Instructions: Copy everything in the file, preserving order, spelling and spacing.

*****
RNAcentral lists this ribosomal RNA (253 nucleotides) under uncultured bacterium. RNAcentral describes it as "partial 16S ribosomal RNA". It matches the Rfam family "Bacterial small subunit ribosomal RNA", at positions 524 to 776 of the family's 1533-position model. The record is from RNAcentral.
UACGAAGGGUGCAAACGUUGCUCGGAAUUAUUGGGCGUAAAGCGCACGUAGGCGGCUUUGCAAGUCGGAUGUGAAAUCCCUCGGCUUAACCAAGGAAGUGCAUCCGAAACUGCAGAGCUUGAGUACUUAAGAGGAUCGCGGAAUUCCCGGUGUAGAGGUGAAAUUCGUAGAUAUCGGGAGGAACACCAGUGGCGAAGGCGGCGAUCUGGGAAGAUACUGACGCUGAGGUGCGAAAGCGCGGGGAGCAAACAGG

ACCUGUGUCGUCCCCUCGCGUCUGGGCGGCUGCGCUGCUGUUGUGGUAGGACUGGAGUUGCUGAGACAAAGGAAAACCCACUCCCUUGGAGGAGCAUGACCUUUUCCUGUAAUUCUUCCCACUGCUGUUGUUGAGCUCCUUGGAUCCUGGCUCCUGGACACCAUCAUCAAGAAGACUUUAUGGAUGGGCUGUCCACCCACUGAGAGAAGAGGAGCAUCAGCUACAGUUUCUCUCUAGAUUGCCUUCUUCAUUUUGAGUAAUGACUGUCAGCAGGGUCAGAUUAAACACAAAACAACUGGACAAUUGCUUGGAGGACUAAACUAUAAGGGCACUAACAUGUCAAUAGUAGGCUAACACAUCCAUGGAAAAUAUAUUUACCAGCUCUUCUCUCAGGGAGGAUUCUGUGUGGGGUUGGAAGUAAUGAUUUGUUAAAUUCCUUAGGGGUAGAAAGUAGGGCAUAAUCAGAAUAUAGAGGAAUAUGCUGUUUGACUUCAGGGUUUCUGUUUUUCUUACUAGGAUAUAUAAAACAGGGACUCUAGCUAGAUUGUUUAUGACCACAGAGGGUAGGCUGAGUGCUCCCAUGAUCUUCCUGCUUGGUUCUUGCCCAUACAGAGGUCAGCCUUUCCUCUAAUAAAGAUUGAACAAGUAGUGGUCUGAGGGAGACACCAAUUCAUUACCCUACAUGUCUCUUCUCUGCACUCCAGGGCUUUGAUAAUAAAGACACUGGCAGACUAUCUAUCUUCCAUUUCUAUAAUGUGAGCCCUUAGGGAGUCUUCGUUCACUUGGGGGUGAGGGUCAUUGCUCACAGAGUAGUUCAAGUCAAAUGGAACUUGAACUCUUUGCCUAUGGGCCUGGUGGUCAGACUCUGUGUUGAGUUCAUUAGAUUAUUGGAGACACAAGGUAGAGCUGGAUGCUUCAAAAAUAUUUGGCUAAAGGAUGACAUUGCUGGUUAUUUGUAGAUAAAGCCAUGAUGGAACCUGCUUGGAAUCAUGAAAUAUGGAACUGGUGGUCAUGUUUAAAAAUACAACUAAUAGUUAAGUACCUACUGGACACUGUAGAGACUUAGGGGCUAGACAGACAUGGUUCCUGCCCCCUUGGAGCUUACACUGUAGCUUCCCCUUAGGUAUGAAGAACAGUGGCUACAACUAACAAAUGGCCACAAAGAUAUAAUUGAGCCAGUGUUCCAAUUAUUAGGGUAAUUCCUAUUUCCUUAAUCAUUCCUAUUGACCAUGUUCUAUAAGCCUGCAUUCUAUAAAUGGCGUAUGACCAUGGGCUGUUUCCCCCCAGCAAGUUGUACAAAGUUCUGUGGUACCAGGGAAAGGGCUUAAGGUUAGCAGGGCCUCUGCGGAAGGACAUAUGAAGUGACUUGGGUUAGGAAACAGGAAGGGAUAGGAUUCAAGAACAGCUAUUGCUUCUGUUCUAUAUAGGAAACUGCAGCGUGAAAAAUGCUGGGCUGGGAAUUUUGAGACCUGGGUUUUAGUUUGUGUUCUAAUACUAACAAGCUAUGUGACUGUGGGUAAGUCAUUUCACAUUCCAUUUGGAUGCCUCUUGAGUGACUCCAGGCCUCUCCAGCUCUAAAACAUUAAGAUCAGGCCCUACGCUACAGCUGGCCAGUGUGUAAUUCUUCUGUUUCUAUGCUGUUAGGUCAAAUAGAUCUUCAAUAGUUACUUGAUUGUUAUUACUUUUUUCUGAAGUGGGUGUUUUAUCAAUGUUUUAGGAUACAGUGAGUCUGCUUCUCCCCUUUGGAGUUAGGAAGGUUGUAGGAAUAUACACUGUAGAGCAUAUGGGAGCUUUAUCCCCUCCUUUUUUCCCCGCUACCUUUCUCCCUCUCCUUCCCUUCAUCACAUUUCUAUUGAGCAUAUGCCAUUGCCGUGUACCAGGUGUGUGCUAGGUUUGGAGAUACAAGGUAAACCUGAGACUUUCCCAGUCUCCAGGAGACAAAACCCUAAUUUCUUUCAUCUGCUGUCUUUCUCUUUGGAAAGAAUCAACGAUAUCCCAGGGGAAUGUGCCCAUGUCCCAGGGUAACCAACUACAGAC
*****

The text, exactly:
RNAcentral lists this ribosomal RNA (253 nucleotides) under uncultured bacterium. RNAcentral describes it as "partial 16S ribosomal RNA". It matches the Rfam family "Bacterial small subunit ribosomal RNA", at positions 524 to 776 of the family's 1533-position model. The record is from RNAcentral.
UACGAAGGGUGCAAACGUUGCUCGGAAUUAUUGGGCGUAAAGCGCACGUAGGCGGCUUUGCAAGUCGGAUGUGAAAUCCCUCGGCUUAACCAAGGAAGUGCAUCCGAAACUGCAGAGCUUGAGUACUUAAGAGGAUCGCGGAAUUCCCGGUGUAGAGGUGAAAUUCGUAGAUAUCGGGAGGAACACCAGUGGCGAAGGCGGCGAUCUGGGAAGAUACUGACGCUGAGGUGCGAAAGCGCGGGGAGCAAACAGG

ACCUGUGUCGUCCCCUCGCGUCUGGGCGGCUGCGCUGCUGUUGUGGUAGGACUGGAGUUGCUGAGACAAAGGAAAACCCACUCCCUUGGAGGAGCAUGACCUUUUCCUGUAAUUCUUCCCACUGCUGUUGUUGAGCUCCUUGGAUCCUGGCUCCUGGACACCAUCAUCAAGAAGACUUUAUGGAUGGGCUGUCCACCCACUGAGAGAAGAGGAGCAUCAGCUACAGUUUCUCUCUAGAUUGCCUUCUUCAUUUUGAGUAAUGACUGUCAGCAGGGUCAGAUUAAACACAAAACAACUGGACAAUUGCUUGGAGGACUAAACUAUAAGGGCACUAACAUGUCAAUAGUAGGCUAACACAUCCAUGGAAAAUAUAUUUACCAGCUCUUCUCUCAGGGAGGAUUCUGUGUGGGGUUGGAAGUAAUGAUUUGUUAAAUUCCUUAGGGGUAGAAAGUAGGGCAUAAUCAGAAUAUAGAGGAAUAUGCUGUUUGACUUCAGGGUUUCUGUUUUUCUUACUAGGAUAUAUAAAACAGGGACUCUAGCUAGAUUGUUUAUGACCACAGAGGGUAGGCUGAGUGCUCCCAUGAUCUUCCUGCUUGGUUCUUGCCCAUACAGAGGUCAGCCUUUCCUCUAAUAAAGAUUGAACAAGUAGUGGUCUGAGGGAGACACCAAUUCAUUACCCUACAUGUCUCUUCUCUGCACUCCAGGGCUUUGAUAAUAAAGACACUGGCAGACUAUCUAUCUUCCAUUUCUAUAAUGUGAGCCCUUAGGGAGUCUUCGUUCACUUGGGGGUGAGGGUCAUUGCUCACAGAGUAGUUCAAGUCAAAUGGAACUUGAACUCUUUGCCUAUGGGCCUGGUGGUCAGACUCUGUGUUGAGUUCAUUAGAUUAUUGGAGACACAAGGUAGAGCUGGAUGCUUCAAAAAUAUUUGGCUAAAGGAUGACAUUGCUGGUUAUUUGUAGAUAAAGCCAUGAUGGAACCUGCUUGGAAUCAUGAAAUAUGGAACUGGUGGUCAUGUUUAAAAAUACAACUAAUAGUUAAGUACCUACUGGACACUGUAGAGACUUAGGGGCUAGACAGACAUGGUUCCUGCCCCCUUGGAGCUUACACUGUAGCUUCCCCUUAGGUAUGAAGAACAGUGGCUACAACUAACAAAUGGCCACAAAGAUAUAAUUGAGCCAGUGUUCCAAUUAUUAGGGUAAUUCCUAUUUCCUUAAUCAUUCCUAUUGACCAUGUUCUAUAAGCCUGCAUUCUAUAAAUGGCGUAUGACCAUGGGCUGUUUCCCCCCAGCAAGUUGUACAAAGUUCUGUGGUACCAGGGAAAGGGCUUAAGGUUAGCAGGGCCUCUGCGGAAGGACAUAUGAAGUGACUUGGGUUAGGAAACAGGAAGGGAUAGGAUUCAAGAACAGCUAUUGCUUCUGUUCUAUAUAGGAAACUGCAGCGUGAAAAAUGCUGGGCUGGGAAUUUUGAGACCUGGGUUUUAGUUUGUGUUCUAAUACUAACAAGCUAUGUGACUGUGGGUAAGUCAUUUCACAUUCCAUUUGGAUGCCUCUUGAGUGACUCCAGGCCUCUCCAGCUCUAAAACAUUAAGAUCAGGCCCUACGCUACAGCUGGCCAGUGUGUAAUUCUUCUGUUUCUAUGCUGUUAGGUCAAAUAGAUCUUCAAUAGUUACUUGAUUGUUAUUACUUUUUUCUGAAGUGGGUGUUUUAUCAAUGUUUUAGGAUACAGUGAGUCUGCUUCUCCCCUUUGGAGUUAGGAAGGUUGUAGGAAUAUACACUGUAGAGCAUAUGGGAGCUUUAUCCCCUCCUUUUUUCCCCGCUACCUUUCUCCCUCUCCUUCCCUUCAUCACAUUUCUAUUGAGCAUAUGCCAUUGCCGUGUACCAGGUGUGUGCUAGGUUUGGAGAUACAAGGUAAACCUGAGACUUUCCCAGUCUCCAGGAGACAAAACCCUAAUUUCUUUCAUCUGCUGUCUUUCUCUUUGGAAAGAAUCAACGAUAUCCCAGGGGAAUGUGCCCAUGUCCCAGGGUAACCAACUACAGAC